On June 3, 1985, the Pittsburgh Pirates would make a selection that would change the history of baseball forever. With the sixth pick in the 1985 MLB Draft, Pittsburgh selected an outfielder named Barry Bonds from Arizona State University. Bonds would go on to play for 22 seasons with Pittsburgh and San Francisco and set numerous MLB records including home runs (762), walks (2,558) and intentional walks (688). Unfortunately, for Bonds and baseball, his illustrious career will forever hold an asterisk.
The slugger’s career was clouded with swirling rumors of steroid and other performance enhancing drug (PED) usage. Although nothing was officially set in stone, and Bonds was never suspended during his career, there were a number of ongoing investigations involving Bonds and other major league players’ use of PEDs.
In a 2020 article by Christian Reed entitled “Former Feds say Barry Bonds and Roger Clemens Steroid-Use Evidence Indisputable,” it is revealed Bonds was using PEDs from 2001-06. “The BALCO and MLB testing records reflected Bonds’ use of multiple doping substances, from 2001 through 2006, including injectable anabolic steroids, injectable human growth hormone, post cycle therapy drugs and amphetamines,” said Reed, a contributor for Forbes.
The use of performance enhancing substances has scared many Hall of Fame voters away from voting for Bonds. While cheating is an understandable reason for keeping someone out of the Hall, I believe that a closer look must be taken at Bonds’ career before steroids.
For this exercise, Bonds’ stats will be nullified for the last six years of his career, 2001-07. It would be as if the slugger retired after his age 35 season in 2000. Important stats and awards that will be taken away from Bonds include 778 hits, 150 doubles, 268 home runs, 591 RBIs, 43 stolen bases, 1,011 walks, 368 intentional walks, a 51.4 WAR (wins above replacement), four NL M.V.P. awards four NL All-Star appearances and four NL Silver Slugger awards. Bonds also loses his record breaking 73-homer season in 2001.
So, now that the stats from 2001-07 are gone, Bonds still puts together an extremely impressive Hall of Fame resume (all the following stats from this point on will be from 1986-2000 unless said otherwise).
His 2,157 total hits rank him 155th between Larry Walker and Yogi Berra. Hits and walks are the only two major categories Bonds ranks below the average hitting member of the Hall of Fame. Bonds’ 451 doubles puts him in a tie with Jim Thome for 64th and ranks him higher than the HoF average of 401. His 1,405 RBIs slots him 18th between Robin Yount and Ted Simmons and comes in well above the HoF average of 1,196.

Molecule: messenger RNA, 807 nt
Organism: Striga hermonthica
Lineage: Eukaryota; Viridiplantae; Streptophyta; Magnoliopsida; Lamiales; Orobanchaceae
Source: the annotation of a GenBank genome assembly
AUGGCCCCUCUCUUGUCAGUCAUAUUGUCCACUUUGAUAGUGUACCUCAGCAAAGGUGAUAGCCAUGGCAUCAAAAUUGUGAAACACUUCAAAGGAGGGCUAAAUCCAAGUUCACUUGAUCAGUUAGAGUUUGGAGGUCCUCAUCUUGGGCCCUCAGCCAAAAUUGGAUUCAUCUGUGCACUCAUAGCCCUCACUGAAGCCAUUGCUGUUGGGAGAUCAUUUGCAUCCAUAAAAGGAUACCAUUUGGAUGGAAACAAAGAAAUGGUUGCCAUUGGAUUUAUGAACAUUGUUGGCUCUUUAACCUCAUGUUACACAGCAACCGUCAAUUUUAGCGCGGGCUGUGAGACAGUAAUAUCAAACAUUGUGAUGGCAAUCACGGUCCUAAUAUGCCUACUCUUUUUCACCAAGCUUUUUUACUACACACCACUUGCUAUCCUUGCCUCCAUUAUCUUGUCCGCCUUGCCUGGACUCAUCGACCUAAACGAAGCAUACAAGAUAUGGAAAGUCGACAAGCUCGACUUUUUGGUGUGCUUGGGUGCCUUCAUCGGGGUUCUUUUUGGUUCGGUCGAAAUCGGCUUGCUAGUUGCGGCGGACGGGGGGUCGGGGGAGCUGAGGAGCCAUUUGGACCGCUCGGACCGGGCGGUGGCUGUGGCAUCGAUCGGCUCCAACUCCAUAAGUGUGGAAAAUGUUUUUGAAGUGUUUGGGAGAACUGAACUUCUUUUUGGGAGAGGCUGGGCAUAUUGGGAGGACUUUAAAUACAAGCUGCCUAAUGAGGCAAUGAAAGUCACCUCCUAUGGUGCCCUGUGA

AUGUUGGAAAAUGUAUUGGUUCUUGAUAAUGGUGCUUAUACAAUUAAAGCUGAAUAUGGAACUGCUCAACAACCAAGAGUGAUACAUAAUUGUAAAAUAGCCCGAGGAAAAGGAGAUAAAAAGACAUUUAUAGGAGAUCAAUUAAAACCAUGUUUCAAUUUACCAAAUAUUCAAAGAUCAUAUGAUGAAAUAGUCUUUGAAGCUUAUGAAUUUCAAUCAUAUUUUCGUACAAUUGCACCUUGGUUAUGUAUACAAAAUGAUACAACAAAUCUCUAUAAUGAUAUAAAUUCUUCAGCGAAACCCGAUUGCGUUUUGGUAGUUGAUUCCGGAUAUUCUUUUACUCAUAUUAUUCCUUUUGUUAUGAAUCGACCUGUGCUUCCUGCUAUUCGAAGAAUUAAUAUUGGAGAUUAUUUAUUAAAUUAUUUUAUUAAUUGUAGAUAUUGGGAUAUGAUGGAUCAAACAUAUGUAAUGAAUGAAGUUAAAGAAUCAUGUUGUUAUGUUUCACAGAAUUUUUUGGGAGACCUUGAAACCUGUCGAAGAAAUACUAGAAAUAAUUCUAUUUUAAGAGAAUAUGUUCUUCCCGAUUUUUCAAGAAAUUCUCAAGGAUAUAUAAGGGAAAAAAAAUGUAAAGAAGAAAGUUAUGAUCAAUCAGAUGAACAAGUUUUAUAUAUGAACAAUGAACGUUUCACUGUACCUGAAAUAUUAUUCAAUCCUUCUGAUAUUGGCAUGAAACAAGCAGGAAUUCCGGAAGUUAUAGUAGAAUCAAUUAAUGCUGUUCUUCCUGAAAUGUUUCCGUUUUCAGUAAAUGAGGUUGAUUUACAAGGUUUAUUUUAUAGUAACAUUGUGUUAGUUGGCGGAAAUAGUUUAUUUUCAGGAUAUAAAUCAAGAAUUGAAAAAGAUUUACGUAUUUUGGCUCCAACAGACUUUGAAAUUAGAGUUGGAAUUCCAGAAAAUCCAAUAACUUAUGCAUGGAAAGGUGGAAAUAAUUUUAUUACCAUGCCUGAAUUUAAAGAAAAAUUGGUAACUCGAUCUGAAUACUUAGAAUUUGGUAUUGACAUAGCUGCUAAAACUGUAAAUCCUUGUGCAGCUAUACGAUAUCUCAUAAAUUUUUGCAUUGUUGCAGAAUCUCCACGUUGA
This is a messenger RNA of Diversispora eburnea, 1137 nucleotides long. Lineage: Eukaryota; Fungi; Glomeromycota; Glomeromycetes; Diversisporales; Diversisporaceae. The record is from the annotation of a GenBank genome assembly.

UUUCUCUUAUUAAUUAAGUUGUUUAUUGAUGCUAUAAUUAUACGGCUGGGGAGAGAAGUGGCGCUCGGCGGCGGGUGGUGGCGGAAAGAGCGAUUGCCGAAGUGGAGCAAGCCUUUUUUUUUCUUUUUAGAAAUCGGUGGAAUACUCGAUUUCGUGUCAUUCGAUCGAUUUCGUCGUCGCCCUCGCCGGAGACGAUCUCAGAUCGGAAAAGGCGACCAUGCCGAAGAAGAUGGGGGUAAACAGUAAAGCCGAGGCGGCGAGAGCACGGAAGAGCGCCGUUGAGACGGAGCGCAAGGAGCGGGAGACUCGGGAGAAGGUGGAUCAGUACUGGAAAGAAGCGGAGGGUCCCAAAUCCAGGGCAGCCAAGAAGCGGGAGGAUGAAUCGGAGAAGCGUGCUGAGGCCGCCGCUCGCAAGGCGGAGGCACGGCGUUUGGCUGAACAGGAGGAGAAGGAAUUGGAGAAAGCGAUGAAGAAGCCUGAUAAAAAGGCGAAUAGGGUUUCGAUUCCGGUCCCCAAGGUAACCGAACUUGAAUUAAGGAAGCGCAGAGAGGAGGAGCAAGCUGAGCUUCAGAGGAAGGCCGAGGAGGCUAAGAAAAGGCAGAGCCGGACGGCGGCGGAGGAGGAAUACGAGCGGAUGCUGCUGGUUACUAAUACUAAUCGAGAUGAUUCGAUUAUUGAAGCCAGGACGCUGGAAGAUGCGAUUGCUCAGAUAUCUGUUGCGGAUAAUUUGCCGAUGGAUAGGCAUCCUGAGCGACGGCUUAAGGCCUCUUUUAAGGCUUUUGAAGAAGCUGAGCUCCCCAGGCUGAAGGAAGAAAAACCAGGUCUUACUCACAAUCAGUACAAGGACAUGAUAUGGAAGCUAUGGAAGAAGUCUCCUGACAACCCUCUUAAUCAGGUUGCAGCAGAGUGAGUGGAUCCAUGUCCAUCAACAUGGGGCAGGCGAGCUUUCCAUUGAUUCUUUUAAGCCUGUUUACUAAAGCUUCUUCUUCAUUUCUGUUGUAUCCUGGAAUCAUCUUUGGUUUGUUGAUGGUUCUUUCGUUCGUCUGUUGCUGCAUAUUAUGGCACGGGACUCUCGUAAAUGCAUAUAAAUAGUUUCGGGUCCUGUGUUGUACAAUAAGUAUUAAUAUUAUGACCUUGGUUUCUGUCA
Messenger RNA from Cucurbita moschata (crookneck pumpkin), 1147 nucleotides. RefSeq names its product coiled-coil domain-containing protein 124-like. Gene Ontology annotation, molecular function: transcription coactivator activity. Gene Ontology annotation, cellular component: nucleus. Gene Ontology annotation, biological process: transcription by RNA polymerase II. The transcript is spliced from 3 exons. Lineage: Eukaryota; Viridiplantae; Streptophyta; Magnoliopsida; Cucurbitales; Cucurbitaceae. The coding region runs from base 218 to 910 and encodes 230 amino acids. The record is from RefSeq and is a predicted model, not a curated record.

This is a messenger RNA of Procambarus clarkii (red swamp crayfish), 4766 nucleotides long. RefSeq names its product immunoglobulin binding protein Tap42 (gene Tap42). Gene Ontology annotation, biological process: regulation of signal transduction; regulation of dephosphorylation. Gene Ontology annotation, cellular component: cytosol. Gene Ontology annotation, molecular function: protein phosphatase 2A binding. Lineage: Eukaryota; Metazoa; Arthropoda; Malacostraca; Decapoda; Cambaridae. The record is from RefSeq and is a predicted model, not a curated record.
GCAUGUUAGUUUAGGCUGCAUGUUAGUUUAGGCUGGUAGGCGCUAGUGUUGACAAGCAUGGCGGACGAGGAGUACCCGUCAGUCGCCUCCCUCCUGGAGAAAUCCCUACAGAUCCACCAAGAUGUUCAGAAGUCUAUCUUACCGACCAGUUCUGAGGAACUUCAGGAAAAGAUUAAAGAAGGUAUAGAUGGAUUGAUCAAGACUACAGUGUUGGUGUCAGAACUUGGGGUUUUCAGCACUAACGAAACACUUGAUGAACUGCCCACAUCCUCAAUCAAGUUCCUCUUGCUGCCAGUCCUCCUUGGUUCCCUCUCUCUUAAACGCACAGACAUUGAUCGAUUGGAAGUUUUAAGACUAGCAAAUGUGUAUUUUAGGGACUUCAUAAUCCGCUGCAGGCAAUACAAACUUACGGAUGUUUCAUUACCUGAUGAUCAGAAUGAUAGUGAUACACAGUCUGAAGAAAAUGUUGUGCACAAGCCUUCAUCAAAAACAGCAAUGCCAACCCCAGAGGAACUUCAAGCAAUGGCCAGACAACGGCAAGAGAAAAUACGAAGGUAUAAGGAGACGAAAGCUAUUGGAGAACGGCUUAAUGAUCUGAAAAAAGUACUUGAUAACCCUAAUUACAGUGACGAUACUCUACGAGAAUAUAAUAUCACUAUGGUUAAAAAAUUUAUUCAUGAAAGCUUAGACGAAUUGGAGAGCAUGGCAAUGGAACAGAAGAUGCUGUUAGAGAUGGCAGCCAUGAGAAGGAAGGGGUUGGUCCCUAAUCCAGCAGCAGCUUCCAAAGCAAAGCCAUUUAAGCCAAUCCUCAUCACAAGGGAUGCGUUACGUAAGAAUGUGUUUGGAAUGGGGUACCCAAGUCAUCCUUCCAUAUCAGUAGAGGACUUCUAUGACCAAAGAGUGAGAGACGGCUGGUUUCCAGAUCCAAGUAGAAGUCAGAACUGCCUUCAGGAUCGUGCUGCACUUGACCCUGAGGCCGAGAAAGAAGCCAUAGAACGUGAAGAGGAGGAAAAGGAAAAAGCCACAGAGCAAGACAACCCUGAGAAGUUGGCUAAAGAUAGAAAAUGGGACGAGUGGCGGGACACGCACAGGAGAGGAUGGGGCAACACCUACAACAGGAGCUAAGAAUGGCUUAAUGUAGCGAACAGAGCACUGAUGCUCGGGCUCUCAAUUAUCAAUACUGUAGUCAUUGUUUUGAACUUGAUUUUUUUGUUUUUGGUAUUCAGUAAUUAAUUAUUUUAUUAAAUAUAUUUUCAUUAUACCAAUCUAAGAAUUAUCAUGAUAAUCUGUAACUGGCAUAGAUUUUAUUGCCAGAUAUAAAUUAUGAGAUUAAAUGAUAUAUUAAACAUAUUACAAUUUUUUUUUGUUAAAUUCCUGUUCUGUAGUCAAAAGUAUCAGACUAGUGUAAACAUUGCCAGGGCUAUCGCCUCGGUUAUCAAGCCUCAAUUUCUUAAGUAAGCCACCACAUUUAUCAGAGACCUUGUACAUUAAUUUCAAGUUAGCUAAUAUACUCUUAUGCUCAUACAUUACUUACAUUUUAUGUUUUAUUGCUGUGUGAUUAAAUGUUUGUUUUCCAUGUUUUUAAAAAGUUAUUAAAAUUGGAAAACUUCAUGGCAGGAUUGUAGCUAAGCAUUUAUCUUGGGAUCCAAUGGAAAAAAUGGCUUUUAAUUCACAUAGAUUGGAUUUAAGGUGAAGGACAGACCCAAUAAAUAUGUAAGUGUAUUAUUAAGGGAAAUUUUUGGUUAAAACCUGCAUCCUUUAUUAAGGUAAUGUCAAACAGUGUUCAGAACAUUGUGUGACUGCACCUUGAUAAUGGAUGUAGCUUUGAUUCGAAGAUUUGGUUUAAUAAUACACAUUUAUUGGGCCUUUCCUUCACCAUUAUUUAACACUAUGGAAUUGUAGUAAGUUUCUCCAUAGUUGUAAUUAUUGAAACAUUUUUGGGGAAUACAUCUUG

Bonds’ 471 stolen bases ranks 20th among the rest of the Hall and notches him between Roberto Alomar and Tommy McCarthy. The HoF average for stolen bases is 215. He is first in intentional walks by a landslide with 320, and remember this is before teams began intentionally walking him with the bases loaded.
For his trademark statistic, Bonds hit 494 pre-2001 home runs which ranks 18th among HoF players between Eddie Murray and Lou Gehrig. Finally, Bonds tallied a WAR of 111.3 from 1986-2000 which ranks 12th between Lou Gehrig and Rickey Henderson. The Hall of Fame average for WAR is 67.
The outfielder also tallied three NL M.V.P.’s, five other top-10 M.V.P. voting finishes, nine All-Star selections, eight Golden Glove awards and eight Silver Slugger awards in his first 15 seasons. If those numbers do not scream Hall of Famer, then I do not know what does.
People want to punish Bonds for his role in baseball’s steroid epidemic, but do not look at the raw numbers. Barry Bonds was clearly and easily a sure-in for the Hall of Fame before he even began to use PEDs. 2022 is his final year on the ballot and there is a good chance he is robbed for a tenth consecutive year because voters are too stubborn to look at his entire career and only focus on the PED usage.
I encourage everyone, including the voters, to look at not only Bonds’ career before PEDs, but all players suspected of PED usage and then make an informed decision. Some players may not have good enough numbers pre-steroids to make baseball’s most exclusive club, but others, like Bonds, just might.